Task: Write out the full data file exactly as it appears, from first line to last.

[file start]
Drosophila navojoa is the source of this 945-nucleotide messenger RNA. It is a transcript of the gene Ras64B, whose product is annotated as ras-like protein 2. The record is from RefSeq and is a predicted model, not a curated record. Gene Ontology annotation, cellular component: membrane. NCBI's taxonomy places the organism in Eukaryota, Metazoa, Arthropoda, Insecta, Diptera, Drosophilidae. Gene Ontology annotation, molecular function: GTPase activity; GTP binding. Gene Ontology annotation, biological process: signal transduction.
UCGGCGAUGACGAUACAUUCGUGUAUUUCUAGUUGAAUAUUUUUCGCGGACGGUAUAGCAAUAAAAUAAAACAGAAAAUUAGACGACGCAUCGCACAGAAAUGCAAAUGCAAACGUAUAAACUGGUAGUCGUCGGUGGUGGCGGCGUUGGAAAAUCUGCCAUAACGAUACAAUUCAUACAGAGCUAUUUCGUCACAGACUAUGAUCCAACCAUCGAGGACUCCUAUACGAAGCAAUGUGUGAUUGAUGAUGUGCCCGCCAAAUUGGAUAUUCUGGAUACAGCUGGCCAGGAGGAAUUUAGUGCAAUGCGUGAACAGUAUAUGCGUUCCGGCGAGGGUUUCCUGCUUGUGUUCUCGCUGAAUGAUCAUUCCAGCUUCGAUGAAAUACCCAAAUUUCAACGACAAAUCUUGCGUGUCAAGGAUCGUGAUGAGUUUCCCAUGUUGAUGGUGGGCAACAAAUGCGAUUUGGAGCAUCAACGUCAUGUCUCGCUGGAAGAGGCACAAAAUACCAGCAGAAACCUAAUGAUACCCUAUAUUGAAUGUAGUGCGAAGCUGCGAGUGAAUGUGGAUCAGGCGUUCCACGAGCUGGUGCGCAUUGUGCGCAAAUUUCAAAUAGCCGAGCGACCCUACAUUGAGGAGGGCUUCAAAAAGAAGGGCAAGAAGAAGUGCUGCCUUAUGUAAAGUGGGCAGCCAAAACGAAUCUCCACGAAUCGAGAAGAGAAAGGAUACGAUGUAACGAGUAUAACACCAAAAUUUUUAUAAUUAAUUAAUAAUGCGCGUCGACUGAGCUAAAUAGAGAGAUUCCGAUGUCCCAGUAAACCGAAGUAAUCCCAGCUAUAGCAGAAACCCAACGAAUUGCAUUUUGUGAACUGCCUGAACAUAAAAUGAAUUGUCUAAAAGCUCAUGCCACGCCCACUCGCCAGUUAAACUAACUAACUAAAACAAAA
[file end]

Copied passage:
Drosophila navojoa is the source of this 945-nucleotide messenger RNA. It is a transcript of the gene Ras64B, whose product is annotated as ras-like protein 2. The record is from RefSeq and is a predicted model, not a curated record. Gene Ontology annotation, cellular component: membrane. NCBI's taxonomy places the organism in Eukaryota, Metazoa, Arthropoda, Insecta, Diptera, Drosophilidae. Gene Ontology annotation, molecular function: GTPase activity; GTP binding. Gene Ontology annotation, biological process: signal transduction.
UCGGCGAUGACGAUACAUUCGUGUAUUUCUAGUUGAAUAUUUUUCGCGGACGGUAUAGCAAUAAAAUAAAACAGAAAAUUAGACGACGCAUCGCACAGAAAUGCAAAUGCAAACGUAUAAACUGGUAGUCGUCGGUGGUGGCGGCGUUGGAAAAUCUGCCAUAACGAUACAAUUCAUACAGAGCUAUUUCGUCACAGACUAUGAUCCAACCAUCGAGGACUCCUAUACGAAGCAAUGUGUGAUUGAUGAUGUGCCCGCCAAAUUGGAUAUUCUGGAUACAGCUGGCCAGGAGGAAUUUAGUGCAAUGCGUGAACAGUAUAUGCGUUCCGGCGAGGGUUUCCUGCUUGUGUUCUCGCUGAAUGAUCAUUCCAGCUUCGAUGAAAUACCCAAAUUUCAACGACAAAUCUUGCGUGUCAAGGAUCGUGAUGAGUUUCCCAUGUUGAUGGUGGGCAACAAAUGCGAUUUGGAGCAUCAACGUCAUGUCUCGCUGGAAGAGGCACAAAAUACCAGCAGAAACCUAAUGAUACCCUAUAUUGAAUGUAGUGCGAAGCUGCGAGUGAAUGUGGAUCAGGCGUUCCACGAGCUGGUGCGCAUUGUGCGCAAAUUUCAAAUAGCCGAGCGACCCUACAUUGAGGAGGGCUUCAAAAAGAAGGGCAAGAAGAAGUGCUGCCUUAUGUAAAGUGGGCAGCCAAAACGAAUCUCCACGAAUCGAGAAGAGAAAGGAUACGAUGUAACGAGUAUAACACCAAAAUUUUUAUAAUUAAUUAAUAAUGCGCGUCGACUGAGCUAAAUAGAGAGAUUCCGAUGUCCCAGUAAACCGAAGUAAUCCCAGCUAUAGCAGAAACCCAACGAAUUGCAUUUUGUGAACUGCCUGAACAUAAAAUGAAUUGUCUAAAAGCUCAUGCCACGCCCACUCGCCAGUUAAACUAACUAACUAAAACAAAA